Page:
Interestng thread. I started out reading thoroughly for the first couple of pages and skimmed through to the end. I have no interest in contributing to the debate about the risks (or not) of epidurals vs natural birth. I commend Dr. Grant for offering information and inspiring discussion on the topic, since I believe women are entitled to hear all views and to make an informed choice. (I also congratulate him for sticking with this discussion thread as it has heated up). I will offer my own anecdote about the guilt associated with the choice, though.
I have had 2 children, the first with epidural and the second without. They were both born in a leading teaching hospital in North America, recognized for its maternal and infant health programs. There was absolutely NO pressure from the health professionals to get an epidural. It was entirely my choice. I opted with the first, and was later very grateful that I had, since he was posterior facing. It was a tough birth for both of us and the epidural eased it somewhat (not completely though - it didn't "take" entirely). My second L&D was fairly quick and so I didn't have an epidural.
I have degrees in science and health care, was working in a hospital at the time of my deliveries and researched my optons before I gave birth. I understood the associated risks, and made a completely informed choice about the epidural. I am comfortable with my decision. Despite that confidence, I have encountered people who have worked hard to convince me that it was a bad choice and my birthing experience with the epidural was somehow "inferior". Some of these people are as "mainstream" as you can imagine, but on the topic of childbirth they are fervent advocates of natural delivery. With their fanatical devotion, they have been dismissive of any supportive discussion for pain relief during the birth process and derogatory toward any woman who opts to avail herself of it. Interestingly, a quite a few of them have been lawyers (both male and female).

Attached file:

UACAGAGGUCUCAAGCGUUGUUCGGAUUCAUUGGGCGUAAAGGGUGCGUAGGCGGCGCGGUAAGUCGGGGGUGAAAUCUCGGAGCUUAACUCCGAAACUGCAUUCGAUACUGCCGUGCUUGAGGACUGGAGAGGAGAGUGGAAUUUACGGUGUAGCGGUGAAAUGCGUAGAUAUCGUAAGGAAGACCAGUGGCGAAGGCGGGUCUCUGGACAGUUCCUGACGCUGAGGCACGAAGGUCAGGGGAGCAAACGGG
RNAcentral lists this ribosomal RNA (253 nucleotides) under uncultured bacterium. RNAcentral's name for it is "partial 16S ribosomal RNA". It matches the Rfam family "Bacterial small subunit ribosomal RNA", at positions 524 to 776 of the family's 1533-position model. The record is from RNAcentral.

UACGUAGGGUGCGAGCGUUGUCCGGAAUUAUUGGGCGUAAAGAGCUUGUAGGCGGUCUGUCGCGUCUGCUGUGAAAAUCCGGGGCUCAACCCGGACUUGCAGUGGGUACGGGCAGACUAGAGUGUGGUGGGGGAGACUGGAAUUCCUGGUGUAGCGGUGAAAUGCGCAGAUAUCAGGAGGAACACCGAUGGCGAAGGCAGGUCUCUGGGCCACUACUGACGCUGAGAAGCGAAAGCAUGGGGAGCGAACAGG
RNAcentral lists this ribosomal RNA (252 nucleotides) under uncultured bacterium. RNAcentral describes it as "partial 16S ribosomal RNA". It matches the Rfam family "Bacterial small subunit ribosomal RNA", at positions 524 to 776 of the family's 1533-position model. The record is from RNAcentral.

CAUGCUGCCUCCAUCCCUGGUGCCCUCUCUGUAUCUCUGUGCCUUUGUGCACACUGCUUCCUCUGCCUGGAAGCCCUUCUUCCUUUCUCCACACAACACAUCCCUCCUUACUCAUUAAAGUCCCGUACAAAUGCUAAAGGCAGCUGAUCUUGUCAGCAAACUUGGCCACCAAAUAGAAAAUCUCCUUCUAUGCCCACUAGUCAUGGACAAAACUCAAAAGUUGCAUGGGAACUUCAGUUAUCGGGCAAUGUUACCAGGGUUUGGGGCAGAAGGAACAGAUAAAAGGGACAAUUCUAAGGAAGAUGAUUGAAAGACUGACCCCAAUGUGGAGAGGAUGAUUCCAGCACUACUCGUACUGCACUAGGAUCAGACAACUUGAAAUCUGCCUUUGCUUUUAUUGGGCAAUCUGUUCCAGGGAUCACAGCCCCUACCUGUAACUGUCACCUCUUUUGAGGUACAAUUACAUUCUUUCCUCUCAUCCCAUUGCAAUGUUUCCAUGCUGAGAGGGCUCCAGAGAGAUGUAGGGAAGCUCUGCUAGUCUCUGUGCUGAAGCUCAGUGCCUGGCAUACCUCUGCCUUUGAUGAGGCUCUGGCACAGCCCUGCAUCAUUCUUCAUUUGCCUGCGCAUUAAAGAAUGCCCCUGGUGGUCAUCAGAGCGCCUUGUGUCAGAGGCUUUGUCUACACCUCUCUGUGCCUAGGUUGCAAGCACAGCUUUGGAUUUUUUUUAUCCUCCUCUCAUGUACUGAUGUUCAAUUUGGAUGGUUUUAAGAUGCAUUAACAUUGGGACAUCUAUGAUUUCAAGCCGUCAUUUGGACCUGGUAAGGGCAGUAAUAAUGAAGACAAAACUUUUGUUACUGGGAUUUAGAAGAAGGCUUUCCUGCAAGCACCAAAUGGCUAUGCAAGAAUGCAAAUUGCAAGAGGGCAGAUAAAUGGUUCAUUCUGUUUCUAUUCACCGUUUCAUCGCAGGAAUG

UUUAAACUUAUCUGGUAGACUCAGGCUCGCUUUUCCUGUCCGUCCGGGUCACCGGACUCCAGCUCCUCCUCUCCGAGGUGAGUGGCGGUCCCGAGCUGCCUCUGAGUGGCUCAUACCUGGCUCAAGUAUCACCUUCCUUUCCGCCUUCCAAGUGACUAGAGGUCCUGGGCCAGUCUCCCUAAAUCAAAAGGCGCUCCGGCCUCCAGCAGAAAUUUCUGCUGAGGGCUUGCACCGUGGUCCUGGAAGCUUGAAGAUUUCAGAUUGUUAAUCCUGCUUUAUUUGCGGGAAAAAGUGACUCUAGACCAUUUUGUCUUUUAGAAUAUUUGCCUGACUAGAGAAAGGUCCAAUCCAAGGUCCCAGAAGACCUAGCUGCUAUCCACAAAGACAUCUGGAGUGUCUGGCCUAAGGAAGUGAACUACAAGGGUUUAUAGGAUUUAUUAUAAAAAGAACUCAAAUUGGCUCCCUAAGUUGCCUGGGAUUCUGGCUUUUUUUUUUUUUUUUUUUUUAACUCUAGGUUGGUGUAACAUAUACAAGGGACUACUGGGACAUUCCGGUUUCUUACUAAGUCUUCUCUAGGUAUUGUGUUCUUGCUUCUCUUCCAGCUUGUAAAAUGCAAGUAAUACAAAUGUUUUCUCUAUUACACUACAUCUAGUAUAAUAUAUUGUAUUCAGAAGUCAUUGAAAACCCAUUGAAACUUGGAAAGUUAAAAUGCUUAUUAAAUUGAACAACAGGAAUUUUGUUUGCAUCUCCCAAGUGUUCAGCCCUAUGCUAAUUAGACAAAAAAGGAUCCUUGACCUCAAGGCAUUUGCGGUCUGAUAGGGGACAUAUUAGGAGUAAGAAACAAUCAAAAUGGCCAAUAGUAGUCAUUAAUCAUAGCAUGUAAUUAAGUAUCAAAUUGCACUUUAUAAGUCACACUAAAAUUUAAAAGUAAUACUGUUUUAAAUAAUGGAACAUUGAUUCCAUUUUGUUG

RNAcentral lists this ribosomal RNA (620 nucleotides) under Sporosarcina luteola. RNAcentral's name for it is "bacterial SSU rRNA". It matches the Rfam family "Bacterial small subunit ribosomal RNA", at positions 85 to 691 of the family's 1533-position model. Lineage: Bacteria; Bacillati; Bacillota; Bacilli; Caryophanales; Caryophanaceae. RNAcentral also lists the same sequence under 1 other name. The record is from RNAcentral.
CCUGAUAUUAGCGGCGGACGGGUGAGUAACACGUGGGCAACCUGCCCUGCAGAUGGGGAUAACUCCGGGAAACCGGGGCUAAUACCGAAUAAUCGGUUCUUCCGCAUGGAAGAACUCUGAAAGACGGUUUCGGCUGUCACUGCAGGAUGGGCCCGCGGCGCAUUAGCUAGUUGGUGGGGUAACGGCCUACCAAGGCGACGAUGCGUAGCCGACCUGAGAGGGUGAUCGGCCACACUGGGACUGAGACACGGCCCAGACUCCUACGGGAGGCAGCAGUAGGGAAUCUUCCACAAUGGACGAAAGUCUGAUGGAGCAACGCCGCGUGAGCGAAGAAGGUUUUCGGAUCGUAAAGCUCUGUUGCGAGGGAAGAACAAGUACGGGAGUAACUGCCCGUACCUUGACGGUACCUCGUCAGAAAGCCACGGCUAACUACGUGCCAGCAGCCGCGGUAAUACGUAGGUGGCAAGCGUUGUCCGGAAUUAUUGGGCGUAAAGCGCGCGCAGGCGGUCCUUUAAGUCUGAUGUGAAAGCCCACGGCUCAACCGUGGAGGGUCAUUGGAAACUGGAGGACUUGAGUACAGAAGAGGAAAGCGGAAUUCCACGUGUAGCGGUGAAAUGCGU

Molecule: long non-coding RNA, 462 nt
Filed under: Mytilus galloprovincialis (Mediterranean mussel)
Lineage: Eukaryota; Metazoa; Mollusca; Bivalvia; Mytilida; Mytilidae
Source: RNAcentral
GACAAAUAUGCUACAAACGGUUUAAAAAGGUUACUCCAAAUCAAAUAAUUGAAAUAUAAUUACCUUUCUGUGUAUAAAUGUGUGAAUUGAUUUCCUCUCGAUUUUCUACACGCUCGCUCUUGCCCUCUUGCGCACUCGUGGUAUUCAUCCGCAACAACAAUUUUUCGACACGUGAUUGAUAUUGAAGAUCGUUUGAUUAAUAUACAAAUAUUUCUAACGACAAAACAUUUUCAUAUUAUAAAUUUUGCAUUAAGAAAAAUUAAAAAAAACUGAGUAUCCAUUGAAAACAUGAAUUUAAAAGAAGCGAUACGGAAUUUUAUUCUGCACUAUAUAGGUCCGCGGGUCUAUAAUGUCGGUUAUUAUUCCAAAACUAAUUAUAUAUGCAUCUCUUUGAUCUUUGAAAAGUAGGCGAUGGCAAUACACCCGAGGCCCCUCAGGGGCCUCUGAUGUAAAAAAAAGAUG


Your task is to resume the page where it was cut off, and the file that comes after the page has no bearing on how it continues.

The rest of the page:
I can understand how some women, confronting this kind of attitude, would feel a lot of guilt about their choice despite any personal beliefs that they made a good decision at the time. I have been gobsmacked to hear that I was less of a woman and a mother because I didn't fully experience the pains of childbirth and I unnecessarily risked harming my baby.
I'll also point out that this attitude isn't really something recent, as some posters have suggested. My son is 18 y.o. next month, and I heard lots of arguments against epidurals for years before he was born.